• Flipped professional development parallels Johnathan Bergmann’s and Aaron Sams’ notion of the flipped classroom, expounded upon in their book, Flip Your Classroom. Instead of receiving new content in profes­sional development meetings, teach­ers view content videos ahead of time. They then spend professional development time in deep discus­sion, analysis, and problem-solving around the questions and observa­tions they noted while viewing the video. This same strategy can be used to make faculty meetings more productively centered on important issues of teaching and learning.

These strategies all focus on improving teaching outcomes. They provide protocols for collaboration, problem-solving in nearly real time, and the elevation of teacher voice. Teachers at very small schools can use technology so that they can employ these collaborative strategies.

Teacher leadership is essential to the effective exercise of these strate­gies. School leaders must develop clear pathways and create venues for diverse leadership styles to emerge and flour­ish. Where teacher leadership is nour­ished, teacher-leaders extend the arms of the school leader. They will mentor and coach new and struggling teachers as well as innovate, advocate, and solve problems. In a school of any size, teach­er-leaders are an invaluable asset.

Finding Financing Support

Children should never have to rely upon philanthropy and competitive grants for access to a high-quality public education. In reality, however, competi­tion is playing a growing role in public school funding. Rural districts are at a distinct disadvantage in this climate as many funders seek to reach large num­bers of students by concentrating their resources in urban settings. Small, rural districts are at an even greater disad­vantage with fewer resources to develop competitive grant applications.

Becoming more entrepreneurial is essential, especially where adequate and equitable public funding is not forthcoming. This means that school leaders must increase local capacity to develop competitive state, federal, and private donor grant applications. Very small schools and districts should form consortia with other schools and dis­tricts for this purpose, and leverage the resources among participants.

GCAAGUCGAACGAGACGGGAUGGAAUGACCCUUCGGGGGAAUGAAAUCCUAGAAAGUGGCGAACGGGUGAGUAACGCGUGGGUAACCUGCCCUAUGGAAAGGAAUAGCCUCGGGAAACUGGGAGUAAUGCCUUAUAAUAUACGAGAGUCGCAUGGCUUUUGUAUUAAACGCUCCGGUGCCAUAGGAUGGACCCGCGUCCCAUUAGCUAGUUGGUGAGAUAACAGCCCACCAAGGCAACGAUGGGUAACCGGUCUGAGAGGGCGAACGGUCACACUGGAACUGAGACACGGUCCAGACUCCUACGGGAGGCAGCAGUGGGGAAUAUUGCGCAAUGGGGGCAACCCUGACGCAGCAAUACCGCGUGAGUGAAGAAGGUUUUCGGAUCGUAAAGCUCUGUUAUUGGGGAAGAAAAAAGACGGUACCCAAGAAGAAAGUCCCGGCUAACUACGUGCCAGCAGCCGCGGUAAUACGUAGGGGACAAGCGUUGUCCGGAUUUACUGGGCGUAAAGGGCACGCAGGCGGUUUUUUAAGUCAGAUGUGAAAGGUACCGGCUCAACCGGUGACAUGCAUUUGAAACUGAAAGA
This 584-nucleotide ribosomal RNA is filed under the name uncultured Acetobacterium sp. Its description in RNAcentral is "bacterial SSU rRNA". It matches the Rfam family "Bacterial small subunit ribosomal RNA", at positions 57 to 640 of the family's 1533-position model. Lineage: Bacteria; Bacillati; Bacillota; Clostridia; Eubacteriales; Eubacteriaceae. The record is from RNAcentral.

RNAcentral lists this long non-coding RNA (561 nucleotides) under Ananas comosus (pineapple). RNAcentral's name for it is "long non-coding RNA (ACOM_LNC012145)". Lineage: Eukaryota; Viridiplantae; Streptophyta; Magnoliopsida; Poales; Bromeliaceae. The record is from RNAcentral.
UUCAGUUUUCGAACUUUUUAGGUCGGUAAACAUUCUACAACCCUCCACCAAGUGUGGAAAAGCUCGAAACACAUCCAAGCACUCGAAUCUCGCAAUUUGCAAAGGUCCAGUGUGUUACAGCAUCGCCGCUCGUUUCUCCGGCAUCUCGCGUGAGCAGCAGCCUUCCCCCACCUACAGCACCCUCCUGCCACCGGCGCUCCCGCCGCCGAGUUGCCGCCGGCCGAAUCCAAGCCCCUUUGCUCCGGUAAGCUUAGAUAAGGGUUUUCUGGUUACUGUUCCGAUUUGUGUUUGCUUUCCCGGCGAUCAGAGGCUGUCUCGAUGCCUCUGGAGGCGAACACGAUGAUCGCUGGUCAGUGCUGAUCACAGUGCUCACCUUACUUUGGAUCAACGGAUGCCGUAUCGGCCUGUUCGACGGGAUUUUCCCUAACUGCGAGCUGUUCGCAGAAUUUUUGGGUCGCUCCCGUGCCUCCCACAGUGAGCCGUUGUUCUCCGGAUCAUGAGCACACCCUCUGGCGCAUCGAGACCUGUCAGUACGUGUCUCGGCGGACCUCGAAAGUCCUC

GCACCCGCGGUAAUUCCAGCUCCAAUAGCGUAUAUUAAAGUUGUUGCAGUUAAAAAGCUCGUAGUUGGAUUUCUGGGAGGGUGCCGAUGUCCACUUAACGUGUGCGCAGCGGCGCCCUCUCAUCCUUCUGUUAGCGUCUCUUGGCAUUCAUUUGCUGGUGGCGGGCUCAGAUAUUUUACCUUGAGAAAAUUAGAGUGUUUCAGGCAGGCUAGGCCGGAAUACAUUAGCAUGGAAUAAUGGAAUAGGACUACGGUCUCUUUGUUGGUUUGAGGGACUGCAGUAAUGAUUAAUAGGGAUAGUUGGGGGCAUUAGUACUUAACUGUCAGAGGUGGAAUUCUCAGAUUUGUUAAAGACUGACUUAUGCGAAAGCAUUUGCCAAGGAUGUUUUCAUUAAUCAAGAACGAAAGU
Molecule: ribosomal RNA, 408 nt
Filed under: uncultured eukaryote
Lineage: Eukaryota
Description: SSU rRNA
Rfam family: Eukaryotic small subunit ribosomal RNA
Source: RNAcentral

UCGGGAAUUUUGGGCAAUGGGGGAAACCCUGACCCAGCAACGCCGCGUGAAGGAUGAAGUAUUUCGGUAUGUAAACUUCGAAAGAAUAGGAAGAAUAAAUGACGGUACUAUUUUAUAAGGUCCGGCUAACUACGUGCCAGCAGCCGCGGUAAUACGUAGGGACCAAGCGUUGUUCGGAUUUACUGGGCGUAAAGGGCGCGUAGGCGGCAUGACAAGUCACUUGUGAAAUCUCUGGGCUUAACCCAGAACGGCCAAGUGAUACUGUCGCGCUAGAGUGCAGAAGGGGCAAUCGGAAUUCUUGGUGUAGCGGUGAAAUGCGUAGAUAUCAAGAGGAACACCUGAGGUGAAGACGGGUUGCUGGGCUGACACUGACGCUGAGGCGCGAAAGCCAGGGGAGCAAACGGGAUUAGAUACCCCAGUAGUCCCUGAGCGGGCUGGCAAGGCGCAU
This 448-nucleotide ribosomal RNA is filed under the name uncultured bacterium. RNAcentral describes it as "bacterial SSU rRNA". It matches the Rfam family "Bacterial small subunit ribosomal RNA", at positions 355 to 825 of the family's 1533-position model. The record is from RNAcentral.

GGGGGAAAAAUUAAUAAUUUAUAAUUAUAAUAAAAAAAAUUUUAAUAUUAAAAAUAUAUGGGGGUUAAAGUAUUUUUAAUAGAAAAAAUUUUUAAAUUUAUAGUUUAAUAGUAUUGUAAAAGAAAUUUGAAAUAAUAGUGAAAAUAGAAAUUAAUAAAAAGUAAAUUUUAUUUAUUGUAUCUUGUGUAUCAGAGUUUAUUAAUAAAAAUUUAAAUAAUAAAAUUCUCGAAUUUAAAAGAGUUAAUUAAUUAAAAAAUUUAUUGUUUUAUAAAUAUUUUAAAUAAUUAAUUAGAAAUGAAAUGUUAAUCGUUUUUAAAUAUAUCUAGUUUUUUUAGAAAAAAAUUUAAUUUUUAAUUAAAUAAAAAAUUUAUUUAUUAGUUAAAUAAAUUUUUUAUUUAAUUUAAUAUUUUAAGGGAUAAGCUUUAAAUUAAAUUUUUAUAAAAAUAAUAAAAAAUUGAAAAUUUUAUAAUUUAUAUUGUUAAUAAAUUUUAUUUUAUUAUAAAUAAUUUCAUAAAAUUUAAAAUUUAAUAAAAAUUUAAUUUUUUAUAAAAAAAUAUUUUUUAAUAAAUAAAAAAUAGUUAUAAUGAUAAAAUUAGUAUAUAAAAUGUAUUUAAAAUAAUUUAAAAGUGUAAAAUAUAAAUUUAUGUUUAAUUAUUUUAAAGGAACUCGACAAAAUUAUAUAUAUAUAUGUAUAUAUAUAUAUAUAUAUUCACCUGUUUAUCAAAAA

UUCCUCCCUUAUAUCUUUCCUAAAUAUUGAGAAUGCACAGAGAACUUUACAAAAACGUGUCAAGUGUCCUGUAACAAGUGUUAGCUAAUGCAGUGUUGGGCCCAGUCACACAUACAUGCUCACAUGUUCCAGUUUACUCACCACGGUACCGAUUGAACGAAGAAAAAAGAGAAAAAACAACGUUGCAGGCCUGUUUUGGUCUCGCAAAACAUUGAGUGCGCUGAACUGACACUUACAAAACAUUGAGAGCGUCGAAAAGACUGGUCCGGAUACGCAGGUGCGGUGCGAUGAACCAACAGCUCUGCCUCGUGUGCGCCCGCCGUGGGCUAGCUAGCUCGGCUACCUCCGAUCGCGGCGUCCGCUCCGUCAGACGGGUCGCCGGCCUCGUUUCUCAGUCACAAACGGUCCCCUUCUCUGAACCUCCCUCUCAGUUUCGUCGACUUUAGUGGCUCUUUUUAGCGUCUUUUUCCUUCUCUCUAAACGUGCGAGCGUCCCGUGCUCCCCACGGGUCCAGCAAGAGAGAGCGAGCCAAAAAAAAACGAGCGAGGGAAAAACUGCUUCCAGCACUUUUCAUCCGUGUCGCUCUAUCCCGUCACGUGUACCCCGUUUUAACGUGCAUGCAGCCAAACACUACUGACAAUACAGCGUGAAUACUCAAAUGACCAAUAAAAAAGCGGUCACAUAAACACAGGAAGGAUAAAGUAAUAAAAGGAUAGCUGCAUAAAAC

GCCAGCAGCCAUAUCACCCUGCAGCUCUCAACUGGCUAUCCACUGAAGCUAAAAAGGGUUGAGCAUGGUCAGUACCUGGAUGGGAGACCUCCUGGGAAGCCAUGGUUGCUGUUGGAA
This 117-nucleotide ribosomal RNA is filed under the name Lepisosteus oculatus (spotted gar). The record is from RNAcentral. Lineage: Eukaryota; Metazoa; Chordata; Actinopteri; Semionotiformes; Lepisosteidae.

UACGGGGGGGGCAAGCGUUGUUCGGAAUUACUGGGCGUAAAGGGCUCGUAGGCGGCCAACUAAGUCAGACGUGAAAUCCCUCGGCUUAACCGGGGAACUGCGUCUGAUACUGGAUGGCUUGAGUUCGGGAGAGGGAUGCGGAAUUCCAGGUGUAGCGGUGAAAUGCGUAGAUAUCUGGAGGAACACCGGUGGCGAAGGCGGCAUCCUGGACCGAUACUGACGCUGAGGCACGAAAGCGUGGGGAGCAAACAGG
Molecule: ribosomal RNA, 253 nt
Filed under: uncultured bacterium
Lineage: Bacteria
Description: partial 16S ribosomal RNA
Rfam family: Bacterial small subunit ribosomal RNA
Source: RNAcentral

The Community Foundation of the Ozarks has a successful entrepreneurial model that builds upon relationships with individuals and families of means to establish substantial local school funds. These funds support teacher professional development and other education-related ventures.

Rural-Specific Strategies

Many of the factors that increase teacher effectiveness and job satisfac­tion are within the principal’s ability to influence:

1. Know your students, families, and communities well enough to under­stand what teachers need to know and be able to do to help them succeed.

2. Seek out teachers whose place-based competencies facilitate their effective­ness with students or provide oppor­tunities for them to develop these competencies.

3. Provide job-embedded and real-time opportunities for teachers to improve their practice and con­nect professionally, observing and co-teaching with others, sharing successful strategies and lessons learned, and visiting other schools.

4. Provide opportunities for teachers to build strong, authentic ties with the community through curricula, including place-based learning.

5. Provide leadership opportunities and honor teacher voice in deci­sion-making.

6. Advocate for teachers, the teaching profession, and public education.

Some factors are outside the leader’s immediate ability to influence and require carefully planned and well-coordinated partnerships. The school leader must be able to:

1. Build partnerships that speak to the quality of life concerns of professional educators, including affordable, qual­ity housing, technology access, trans­portation, and leisure-time activities.

2. Develop partnerships that provide students and families the services they need to mitigate the negative out-of-school factors that impact teaching and learning.

3. Encourage businesses to give VIP status to teachers, providing discounts on meals, educational materials, and other essentials.

While the challenges addressed in this article are not necessarily unique to rural schools, leaders need to find effec­tive, rural-specific responses to address them. Stella Maynard left her “back country” school even though she con­fessed that she enjoyed the job. Perhaps a supportive leader could have created the conditions under which she might have decided to stay.

Doris Terry Williams is executive director for The Rural School and Community Trust.